What I should have done was be proactive in “homeschooling” my children with the reasons why I believe Christianity is true. By homeschooling, I mean taking the reigns to make sure my kids knew the reasons why our experiences were valid. Sure, being in an exciting worship service is a plus. So is having friends in the church who demonstrate the love, grace, and mercy of God. I don't discount those aspects in any way. We also had a wave of momentum that made us feel strong and influential. We asked, “How could anyone miss this witness?” Evidently, many of our kids did.
So here’s my plan to help the church, parents, and grandparents, train up a new generation of on fire, intelligent soldiers for the army of God. First, learn the basics of apologetics. It is urgent to know the basics yourself begin and keep the discussion going. Many parents don’t know how to defend against something like Evolution. Evolution is something your kids will encounter relatively young. Atheism will be riding on this teaching and Atheism will be introduced to them at an early age. Evolution is the first subject your kids will find that discredits Christian values. So here is the first step: learn the basics.
So, the basics to learn are one, the arguments for God’s existence, what is called the argument from origins. Technically, these are the cosmological arguments which demonstrate God’s existence both in creating and sustaining life as we know it.
Then two, the arguments from design or the teleological arguments. These show the universe has elements of design that point to intelligence. The Intelligent Design movement (ID) has done a lot of work in this area. However, they stand in a place of neutrality when it comes to affirming what intelligence they are promoting. Even though many of ID community are Christian, some are Muslim, some agnostic. ID has a lot to offer and utilize.
Then you must become more than acquainted with the resurrection of Jesus Christ. There is an enormous amount of evidence for the existence of the historical Jesus, the reliability of the New Testament documents, the eyewitness accounts of Jesus’ resurrection, and the early church’s activities. Personally, this is my particular area. I find this evidence compelling toward belief in Jesus’ claims to be the Son of God and Savior of the world.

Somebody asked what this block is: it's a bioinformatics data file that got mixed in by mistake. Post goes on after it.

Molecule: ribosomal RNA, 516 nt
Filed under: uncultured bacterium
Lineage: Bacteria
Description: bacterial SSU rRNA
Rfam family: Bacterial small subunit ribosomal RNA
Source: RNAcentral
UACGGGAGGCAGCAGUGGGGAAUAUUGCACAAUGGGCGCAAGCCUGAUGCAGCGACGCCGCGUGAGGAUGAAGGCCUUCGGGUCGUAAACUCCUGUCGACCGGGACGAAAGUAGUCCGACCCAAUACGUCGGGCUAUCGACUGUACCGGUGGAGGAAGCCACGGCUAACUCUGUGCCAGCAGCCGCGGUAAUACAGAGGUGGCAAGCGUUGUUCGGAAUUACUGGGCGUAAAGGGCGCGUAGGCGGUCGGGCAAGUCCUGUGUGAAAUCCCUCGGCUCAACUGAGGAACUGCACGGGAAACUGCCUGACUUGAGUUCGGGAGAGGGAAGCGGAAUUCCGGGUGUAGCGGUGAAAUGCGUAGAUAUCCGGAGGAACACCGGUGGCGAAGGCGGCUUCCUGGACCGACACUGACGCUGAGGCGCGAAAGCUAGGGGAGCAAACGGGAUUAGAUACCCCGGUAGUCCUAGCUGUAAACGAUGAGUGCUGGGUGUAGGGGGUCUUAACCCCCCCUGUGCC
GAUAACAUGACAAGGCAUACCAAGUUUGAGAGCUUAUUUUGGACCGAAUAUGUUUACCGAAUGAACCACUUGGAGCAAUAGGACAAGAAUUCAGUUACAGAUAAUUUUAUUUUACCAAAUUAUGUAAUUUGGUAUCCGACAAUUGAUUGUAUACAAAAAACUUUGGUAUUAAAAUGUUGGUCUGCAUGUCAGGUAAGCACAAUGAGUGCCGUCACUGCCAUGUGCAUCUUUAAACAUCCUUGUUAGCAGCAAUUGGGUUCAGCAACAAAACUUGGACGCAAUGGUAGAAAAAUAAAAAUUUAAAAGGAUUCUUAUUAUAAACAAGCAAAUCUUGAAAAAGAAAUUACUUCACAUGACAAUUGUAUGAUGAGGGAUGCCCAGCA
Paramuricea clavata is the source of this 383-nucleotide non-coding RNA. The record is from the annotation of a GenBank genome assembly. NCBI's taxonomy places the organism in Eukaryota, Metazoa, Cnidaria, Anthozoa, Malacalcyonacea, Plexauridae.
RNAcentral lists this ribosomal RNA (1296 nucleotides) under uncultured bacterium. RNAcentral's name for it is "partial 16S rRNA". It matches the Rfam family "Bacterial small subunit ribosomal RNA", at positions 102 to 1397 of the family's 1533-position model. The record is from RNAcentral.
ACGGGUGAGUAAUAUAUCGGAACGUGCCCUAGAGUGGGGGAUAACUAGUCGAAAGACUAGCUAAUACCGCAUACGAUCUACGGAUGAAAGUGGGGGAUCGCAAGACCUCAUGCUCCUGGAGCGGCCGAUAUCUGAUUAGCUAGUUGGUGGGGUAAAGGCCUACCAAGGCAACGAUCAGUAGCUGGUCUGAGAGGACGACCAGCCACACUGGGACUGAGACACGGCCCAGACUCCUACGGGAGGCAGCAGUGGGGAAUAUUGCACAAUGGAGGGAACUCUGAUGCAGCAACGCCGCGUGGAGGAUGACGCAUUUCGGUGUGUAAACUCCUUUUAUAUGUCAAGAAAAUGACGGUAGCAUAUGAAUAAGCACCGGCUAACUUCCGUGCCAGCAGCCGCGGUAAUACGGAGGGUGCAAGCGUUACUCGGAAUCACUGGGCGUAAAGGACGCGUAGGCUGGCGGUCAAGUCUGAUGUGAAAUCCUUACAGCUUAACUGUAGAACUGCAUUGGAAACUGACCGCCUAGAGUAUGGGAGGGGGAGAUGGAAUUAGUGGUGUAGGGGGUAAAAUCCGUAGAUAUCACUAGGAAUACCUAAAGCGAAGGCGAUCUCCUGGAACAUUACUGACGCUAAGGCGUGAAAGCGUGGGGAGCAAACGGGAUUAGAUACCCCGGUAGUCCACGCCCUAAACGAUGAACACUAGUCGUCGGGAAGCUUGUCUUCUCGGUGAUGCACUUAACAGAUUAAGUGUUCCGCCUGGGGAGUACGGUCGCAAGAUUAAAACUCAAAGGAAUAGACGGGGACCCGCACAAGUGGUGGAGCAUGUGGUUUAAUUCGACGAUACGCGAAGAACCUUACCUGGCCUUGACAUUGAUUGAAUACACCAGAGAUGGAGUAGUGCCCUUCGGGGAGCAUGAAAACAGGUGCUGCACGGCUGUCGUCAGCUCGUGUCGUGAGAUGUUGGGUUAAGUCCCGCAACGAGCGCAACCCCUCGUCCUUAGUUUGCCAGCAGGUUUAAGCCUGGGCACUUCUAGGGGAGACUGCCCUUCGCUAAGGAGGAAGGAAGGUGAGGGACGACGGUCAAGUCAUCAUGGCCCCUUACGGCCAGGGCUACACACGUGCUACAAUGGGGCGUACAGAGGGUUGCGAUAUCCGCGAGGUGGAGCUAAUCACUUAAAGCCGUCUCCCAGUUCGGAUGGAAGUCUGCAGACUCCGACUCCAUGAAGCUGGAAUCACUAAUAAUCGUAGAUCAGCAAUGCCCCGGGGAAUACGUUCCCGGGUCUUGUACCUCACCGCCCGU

I find there are questions about the resurrection appearances of which most Christians do not want to talk. The reason being they don’t know how to reconcile what appear to be contradictions in the text. We’ll deal with this more in future blogs.
Finally, everyone should learn to think critically. That is, determine to think seriously and seek truth in your thinking. Put your emotions in their rightful place behind your thoughts. Let your emotions follow the truth rather than lead you to the truth. How you feel about something matters little unless it is a well thought out conclusion, held up to the light of Scripture and the truth of reality.
I once receive an email from a parent of a teen (I’ve received more than a few) asking for help. The parent, in this case, mom, was distraught that her son had tossed his Christianity out for a scientific, realistic belief. Her son told her that she based her views on fairy-tales. You know he didn’t come up with that by himself. My heart sank as I knew this was a tough uphill fight for this mother as it is a tall order to keep her cool, learn the arguments and keep her son from delving further. She would be playing catch-up all the way.
It is important to determine the general topics. Any soldier will tell you he must learn the enemies strategies and tactics too. I find few Christians who are willing to study the basics of Evolution and when their child comes home from school asking questions about Darwin’s theory they tell their kids something like, “Well, we don’t believe that.” Or, “That’s not in the Bible.” Clearly, these are pat answers, not well thought out, shot from the hip. Kids will walk away agreeing but secretly questioning or comparing the thoughts they’ve heard.
Let’s go back to Eisenhower’s quote: It is both urgent and important that parents of young children address this problem and learn the basics of apologetics to teach their children the same. I add to this that it is crucial and important for grandparents, too.